Thesis: Edgar Allan Poe’s writing career was largely influenced by events that happened around him.
- Edgar Poe’s background information and his new family.
- Poe’s education history.
- The end of his education and the start of his writing career.
- The international copyright infringement saga and how it impacted Poe.
- The Panic of 1837 and the effects it had on Poe’s writing career.
- Historical events that happened during Poe’s life and how they influenced his tales.
The great writer Edgar Allan Poe is well known for his literary works that were particularly tales of mystery and full of fiction in the 1830s and 1840s. He was given birth on January 19, 1801, in Massachusetts, U.S. (Cestre et al.). He was born to actors David and Elizabeth Poe as the second child, after which David abandoned the family in 1810 (Cestre et al.). This devastated the family, and unfortunately, Elizabeth passed in the following year from pulmonary tuberculosis (Cestre et al.). John and Frances of Richmond, Virginia, took care of David onwards. He grew up under a strict foster father who disciplined him thoroughly.
Edgar went to different schools in multiple locations he lived in. He attended a linguistic school for a brief period in Irvine (Cestre et al.). In 1817, he went to a boarding school in Chelsea when he rejoined his family in the summer of 1817 (Cestre et al.). Thereafter he schooled at Reverend John Bransby’s Manor House School (Cestre et al.). In 1826, he proceeded to the University of Virginia to study prehistoric and contemporary languages (Cestre et al.). However, he dropped out of University in the same year due to his adverse betting habits.
Edgar started his writing career after dropping out of University. He produced his first book, Tamerlane and Other Poems, in 1827 (Cestre et al.). Edgar worked in a private army in 1827 before being promoted to an artificer and worked till 1831, within which, in 1829, he wrote his anthology, Al Aaraaf, Tamerlane, and Minor Poems (Cestre et al.). He went on to release the third volume of poems, titled Poems (Cestre et al.). Edgar Poe passed on in 1849 under unclear circumstances (Zakarin). He was among the first American writers to be recognized by the international community for his great writings.
Edgar started his writing career in 1832 with works such as Politian and M.S. Found in a Bottle. He also wrote stories in different publications and newspapers. As well was an assistant editor of Southern Literary Messenger (Cestre et al.). During this time, cases of international copyright infringement of British authors’ work by American authors were rampant (Cestre et al.). This would be devastating to Edgar as he had chosen writing as the only income source. This major disaster hampered his earnings, and he would earn just a handful; he struggled to sustain himself. However, this disaster made him write more excellent articles to stay afloat (Cestre et al.). Most of his great articles were written during this time.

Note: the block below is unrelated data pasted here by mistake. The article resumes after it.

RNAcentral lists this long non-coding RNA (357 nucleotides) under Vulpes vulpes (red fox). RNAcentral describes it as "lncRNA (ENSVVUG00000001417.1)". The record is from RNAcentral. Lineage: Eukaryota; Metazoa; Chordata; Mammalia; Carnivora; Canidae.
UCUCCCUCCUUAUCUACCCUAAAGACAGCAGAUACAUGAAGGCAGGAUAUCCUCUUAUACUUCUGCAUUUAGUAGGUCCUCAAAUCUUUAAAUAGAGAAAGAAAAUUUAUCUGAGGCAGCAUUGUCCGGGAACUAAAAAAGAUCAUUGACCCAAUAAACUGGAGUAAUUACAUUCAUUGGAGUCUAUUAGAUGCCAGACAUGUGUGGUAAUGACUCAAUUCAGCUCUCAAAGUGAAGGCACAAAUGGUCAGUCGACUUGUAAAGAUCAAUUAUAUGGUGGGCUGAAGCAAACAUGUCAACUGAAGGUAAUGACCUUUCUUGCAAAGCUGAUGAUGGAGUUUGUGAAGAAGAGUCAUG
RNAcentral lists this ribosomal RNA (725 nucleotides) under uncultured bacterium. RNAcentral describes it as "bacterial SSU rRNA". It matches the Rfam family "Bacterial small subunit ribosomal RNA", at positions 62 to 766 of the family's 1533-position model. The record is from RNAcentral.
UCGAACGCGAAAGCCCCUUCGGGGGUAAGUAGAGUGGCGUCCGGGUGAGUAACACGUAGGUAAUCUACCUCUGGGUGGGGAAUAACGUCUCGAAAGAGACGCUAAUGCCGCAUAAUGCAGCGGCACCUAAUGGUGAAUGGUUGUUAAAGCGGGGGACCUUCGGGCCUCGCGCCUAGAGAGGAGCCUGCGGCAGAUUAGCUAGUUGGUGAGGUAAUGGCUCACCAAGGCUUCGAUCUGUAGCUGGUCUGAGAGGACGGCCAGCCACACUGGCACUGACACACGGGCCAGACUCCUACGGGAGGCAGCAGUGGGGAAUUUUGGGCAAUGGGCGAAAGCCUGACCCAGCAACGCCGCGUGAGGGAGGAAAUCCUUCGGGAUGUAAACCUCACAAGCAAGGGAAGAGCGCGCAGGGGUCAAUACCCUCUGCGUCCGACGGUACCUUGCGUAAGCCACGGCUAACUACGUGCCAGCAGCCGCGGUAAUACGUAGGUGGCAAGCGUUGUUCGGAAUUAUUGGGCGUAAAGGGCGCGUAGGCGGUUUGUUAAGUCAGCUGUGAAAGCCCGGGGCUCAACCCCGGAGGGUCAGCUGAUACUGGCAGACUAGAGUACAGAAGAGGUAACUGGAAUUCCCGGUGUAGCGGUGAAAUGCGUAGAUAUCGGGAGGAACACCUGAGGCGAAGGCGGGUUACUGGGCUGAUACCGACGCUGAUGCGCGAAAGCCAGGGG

The Panic of 1837 is one of the major historical events in the 19th century. America was faced with a pernicious financial crisis due to a steep decline in cotton prices and hazardous lending by American banks (Cestre et al.). It hurt multiple industries including the writing industry. Poe, during this time, hoped to publish his book Narrative of Arthur Gordon Pym of Nantucket. However, he was unsuccessful due to the panic effects (Cestre et al.). This pushed him to move to Philadelphia from New York, where he became prolific for several years. The panic contributed to his prominent works because he moved to Philadelphia.
Edgar’s horror, mystery tales, and science fiction stories might have been influenced by life events that were happening during the time of publication shortly before. Poe’s first horror story, “Berenice,” might have been inspired by an event around 1835 in Baltimore in which thieves were caught stealing the teeth of corpses for dentures from graves (Semtner). Moreover, “The Pit and the Pendulum” horror story catapulted Poe to international recognition. It was published in 1842, and it was linked to the events of the Inquisition established by Pope Gregory IX in 1232 (Semtner). It is evident that most of his tales were influenced by events that surrounded his life and even some that happened before he was born but were still eminent during his time.
Cestre, Charles, Mabott, Thomas Ollive and Barzun, Jacques. “Edgar Allan Poe”. Encyclopedia Britannica, Web.
Semtner, Christopher. “12 True Stories behind Edgar Allan Poe’s Terror Tales”. Biography, 2020, Web.
Zakarin, Jordan. “Why Edgar Alan Poe’s Death Remains a Mystery”. Biography, 2020, Web.